Amanda Burgess is a certified Holistic Sleep Coach based in Stevenage, Hertfordshire and the proud owner of Dream Time Tots. She works with families offering evidence based sleep support for babies and children from newborn up to 6 years of age. There are many different approaches to sleep support and her aim is to work with families to provide individually tailored support using gentle and responsive techniques.
As well as her personal experience facing sleep issues as a mum, Amanda has also completed the Holistic Sleep Coaching Program which is comprehensive training accredited at level 5 through the Open College Network, the largest vocational awarding body in the UK. The training is taught by internationally renowned guest speakers which includes a Paediatrician, Doctor, Dietician, Professors, Health Visitors, International Board Certified Lactation Consultants and many other respected professionals!
In this guest blog, Amanda discusses how to handle the fourth trimester.
How to handle the fourth trimester
You may be wondering what the fourth trimester is because in most cases, you are only made aware of the three trimesters during pregnancy. The fourth trimester starts when your little one enters this world up until 12 weeks of age and it is essentially an extension of the three pregnancy trimesters for your baby to adjust to life outside the womb. This is a huge period of adjustment for your baby learning to live in the outside world after being tucked up warm and tight in the womb for 9 months and also a period of adjustment for you as parents and your family, learning how to live with your new addition.
Feeding is one of the biggest priorities when it comes to your baby and to start with, it is likely to take up most of your baby’s awake time day and night. Young babies have very small tummies which is why they feed so frequently and it is recommended that you feed on demand so avoid any strict feeding or sleeping routines. Whether you choose to feed with breast or bottle, it plays a big part in bonding, closeness and comfort so it’s also a good idea to restrict the number of people who want to feed the baby.
At birth, babies have a very erratic sleep/wake pattern both day and night. From newborn up to 3 months, sleep is varied in terms of number of naps, total day sleep and total night sleep. The average amount of sleep a newborn needs is around 14-17 hours in a 24 hour period. They don’t know the difference between day and night and nor do they have the ability to know until their body is able to produce melatonin between 8 and 12 weeks old. Melatonin is a hormone that regulates the sleep wake cycle; it makes humans feel sleepy and improves the quality of sleep.
One of the toughest parts of a newborn to deal with is the sleep deprivation which can make the nights long and the days even longer but sometimes just understanding why babies wake so frequently overnight make it that little bit more bearable to deal with. Waking overnight isn’t always just about hunger, they may wake for comfort and this is completely normal. Frequent night feeds are necessary because they are protective against SIDS and also for optimal growth and development. Babies at this age are learning SO much, in fact a lot of the brain development occurs at night, and the brain’s primary source of fuel is glucose, which babies get from milk.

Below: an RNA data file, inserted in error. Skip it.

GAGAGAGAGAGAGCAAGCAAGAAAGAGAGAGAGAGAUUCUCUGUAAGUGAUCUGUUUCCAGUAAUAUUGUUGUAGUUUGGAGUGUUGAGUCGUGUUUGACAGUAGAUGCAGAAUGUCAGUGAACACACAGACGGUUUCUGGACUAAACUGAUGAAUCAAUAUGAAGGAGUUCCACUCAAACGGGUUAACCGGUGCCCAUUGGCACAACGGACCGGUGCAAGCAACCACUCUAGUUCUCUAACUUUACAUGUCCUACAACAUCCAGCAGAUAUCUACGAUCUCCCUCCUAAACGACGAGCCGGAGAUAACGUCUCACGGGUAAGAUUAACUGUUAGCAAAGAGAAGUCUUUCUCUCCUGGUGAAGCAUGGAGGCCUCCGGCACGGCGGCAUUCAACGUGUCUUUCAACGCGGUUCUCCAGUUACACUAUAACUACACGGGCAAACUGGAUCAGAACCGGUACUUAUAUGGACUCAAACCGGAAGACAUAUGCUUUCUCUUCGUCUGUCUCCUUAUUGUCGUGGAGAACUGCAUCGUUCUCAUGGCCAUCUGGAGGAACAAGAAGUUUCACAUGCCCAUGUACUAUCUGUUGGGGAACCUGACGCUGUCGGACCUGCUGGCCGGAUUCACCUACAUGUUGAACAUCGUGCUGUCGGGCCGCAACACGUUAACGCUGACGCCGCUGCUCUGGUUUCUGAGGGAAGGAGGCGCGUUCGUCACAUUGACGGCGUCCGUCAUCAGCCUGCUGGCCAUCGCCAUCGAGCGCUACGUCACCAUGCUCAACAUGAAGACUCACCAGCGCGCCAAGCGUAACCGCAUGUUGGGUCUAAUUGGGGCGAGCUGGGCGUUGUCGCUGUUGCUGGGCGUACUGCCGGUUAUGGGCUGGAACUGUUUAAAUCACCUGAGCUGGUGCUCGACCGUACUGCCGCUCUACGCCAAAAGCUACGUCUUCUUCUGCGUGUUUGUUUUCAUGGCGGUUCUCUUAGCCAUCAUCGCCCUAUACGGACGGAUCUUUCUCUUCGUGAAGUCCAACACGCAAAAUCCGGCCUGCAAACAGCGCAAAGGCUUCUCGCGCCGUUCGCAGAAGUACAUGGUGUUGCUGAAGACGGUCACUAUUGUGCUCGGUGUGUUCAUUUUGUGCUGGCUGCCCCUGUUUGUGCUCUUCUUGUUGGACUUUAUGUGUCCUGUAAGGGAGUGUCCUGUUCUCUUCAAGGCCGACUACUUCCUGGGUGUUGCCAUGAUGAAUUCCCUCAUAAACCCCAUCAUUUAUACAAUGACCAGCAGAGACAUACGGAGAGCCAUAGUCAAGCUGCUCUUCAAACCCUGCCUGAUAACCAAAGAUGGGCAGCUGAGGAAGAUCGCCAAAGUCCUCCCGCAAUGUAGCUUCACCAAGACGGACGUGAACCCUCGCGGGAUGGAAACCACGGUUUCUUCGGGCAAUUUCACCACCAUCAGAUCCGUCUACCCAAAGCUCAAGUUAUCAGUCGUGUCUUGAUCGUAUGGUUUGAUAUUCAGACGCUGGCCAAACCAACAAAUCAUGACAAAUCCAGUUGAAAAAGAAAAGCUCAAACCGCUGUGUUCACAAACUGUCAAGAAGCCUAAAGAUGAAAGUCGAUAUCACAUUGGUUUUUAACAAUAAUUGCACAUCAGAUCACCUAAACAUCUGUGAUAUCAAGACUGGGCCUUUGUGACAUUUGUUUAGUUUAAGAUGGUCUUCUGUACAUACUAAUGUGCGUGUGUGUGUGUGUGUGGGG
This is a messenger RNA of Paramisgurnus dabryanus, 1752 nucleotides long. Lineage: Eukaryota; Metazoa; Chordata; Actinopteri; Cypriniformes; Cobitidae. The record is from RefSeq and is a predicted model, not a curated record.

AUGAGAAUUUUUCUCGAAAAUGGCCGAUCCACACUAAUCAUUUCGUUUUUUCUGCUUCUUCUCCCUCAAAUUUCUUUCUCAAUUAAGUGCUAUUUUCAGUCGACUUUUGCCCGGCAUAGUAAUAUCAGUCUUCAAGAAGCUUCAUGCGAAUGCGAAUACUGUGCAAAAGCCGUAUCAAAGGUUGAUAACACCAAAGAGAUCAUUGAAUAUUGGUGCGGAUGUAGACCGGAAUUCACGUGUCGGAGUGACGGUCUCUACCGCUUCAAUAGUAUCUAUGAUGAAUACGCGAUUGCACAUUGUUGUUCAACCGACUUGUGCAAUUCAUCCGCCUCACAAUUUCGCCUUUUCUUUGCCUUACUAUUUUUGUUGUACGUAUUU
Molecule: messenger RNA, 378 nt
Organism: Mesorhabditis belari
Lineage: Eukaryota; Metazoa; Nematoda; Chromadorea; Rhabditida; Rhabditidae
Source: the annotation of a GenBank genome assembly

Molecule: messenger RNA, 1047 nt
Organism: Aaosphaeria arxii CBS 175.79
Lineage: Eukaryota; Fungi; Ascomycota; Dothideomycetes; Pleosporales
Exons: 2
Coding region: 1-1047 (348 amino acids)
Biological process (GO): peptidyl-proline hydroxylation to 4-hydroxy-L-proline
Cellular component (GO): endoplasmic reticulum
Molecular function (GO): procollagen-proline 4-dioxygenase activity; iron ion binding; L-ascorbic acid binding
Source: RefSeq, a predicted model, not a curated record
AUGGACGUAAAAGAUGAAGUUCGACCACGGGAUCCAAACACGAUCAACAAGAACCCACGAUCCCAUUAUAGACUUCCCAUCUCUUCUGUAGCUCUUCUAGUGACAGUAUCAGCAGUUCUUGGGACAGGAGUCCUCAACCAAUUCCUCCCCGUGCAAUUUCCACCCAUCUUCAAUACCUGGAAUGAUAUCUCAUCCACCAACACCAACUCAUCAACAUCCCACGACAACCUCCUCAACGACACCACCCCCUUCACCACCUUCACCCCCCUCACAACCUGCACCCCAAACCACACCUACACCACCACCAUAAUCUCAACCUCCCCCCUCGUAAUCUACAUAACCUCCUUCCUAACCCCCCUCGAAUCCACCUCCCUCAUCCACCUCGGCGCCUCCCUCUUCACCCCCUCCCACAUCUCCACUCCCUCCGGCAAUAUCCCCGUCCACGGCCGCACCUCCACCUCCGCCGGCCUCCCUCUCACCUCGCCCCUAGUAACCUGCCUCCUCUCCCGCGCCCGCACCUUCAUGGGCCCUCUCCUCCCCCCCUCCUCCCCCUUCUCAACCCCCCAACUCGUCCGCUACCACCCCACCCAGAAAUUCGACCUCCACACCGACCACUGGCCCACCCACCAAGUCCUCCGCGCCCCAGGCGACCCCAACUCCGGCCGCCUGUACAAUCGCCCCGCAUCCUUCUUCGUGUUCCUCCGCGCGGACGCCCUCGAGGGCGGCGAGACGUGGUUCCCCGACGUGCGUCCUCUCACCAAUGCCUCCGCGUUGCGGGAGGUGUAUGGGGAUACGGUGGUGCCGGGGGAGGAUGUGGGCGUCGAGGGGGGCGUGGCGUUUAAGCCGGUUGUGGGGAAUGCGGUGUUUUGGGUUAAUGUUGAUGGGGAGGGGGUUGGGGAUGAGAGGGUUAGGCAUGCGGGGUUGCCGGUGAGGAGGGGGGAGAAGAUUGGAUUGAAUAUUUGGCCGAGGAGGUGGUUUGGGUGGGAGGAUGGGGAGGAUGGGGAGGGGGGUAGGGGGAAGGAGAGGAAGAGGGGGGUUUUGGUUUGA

Tips for the fourth trimester
There are some things you can try to help your baby transition from your womb to the world which include:
- Skin to skin – Your baby will naturally feel comfort by your warmth and smell when close to you and your heartbeat can help regulate your baby’s heartbeat too.
- White Noise – The womb is a very loud place so complete silence will not come naturally to your newborn. White noise can help settle your little one overnight when it’s quiet as it mimics the womb environment.
- Swaddling – Some babies love to be swaddled and some don’t. It can provide the snug, warm sensation the womb offered and help with the startle reflex which is common in newborn babies. Always take care with safe sleep guidelines when swaddling your baby.
- Sling – Slings are a great way to comfort your baby as well as have a free pair of hands if you need to get on with things. The snug fit in a sling will provide your baby with gentle movement along with comfort by your warmth, smell and heartbeat.
Emotions will be running high post birth, hormones will be all over the place, sleep deprivation will take full effect and there may be many occasions where you question what you are doing and how you are surviving, the fact is, you do just survive, it isn’t easy taking care of a newborn and even though you may feel like you don’t have the energy, you will absolutely power on through without even realising it to look after your precious newborn baby but don’t forget to look after yourself too!
The last thing I want to point out is to never forget that this is YOUR life and YOUR baby! If in doubt or in need of support, the best thing you can do is reach out to your GP or Health Visitor. Otherwise, as hard as the lack of energy and tiredness may be, enjoy these precious moments and always remember that you cannot spoil a newborn! Shower them with all the love and cuddles you want to give them, they don’t last forever!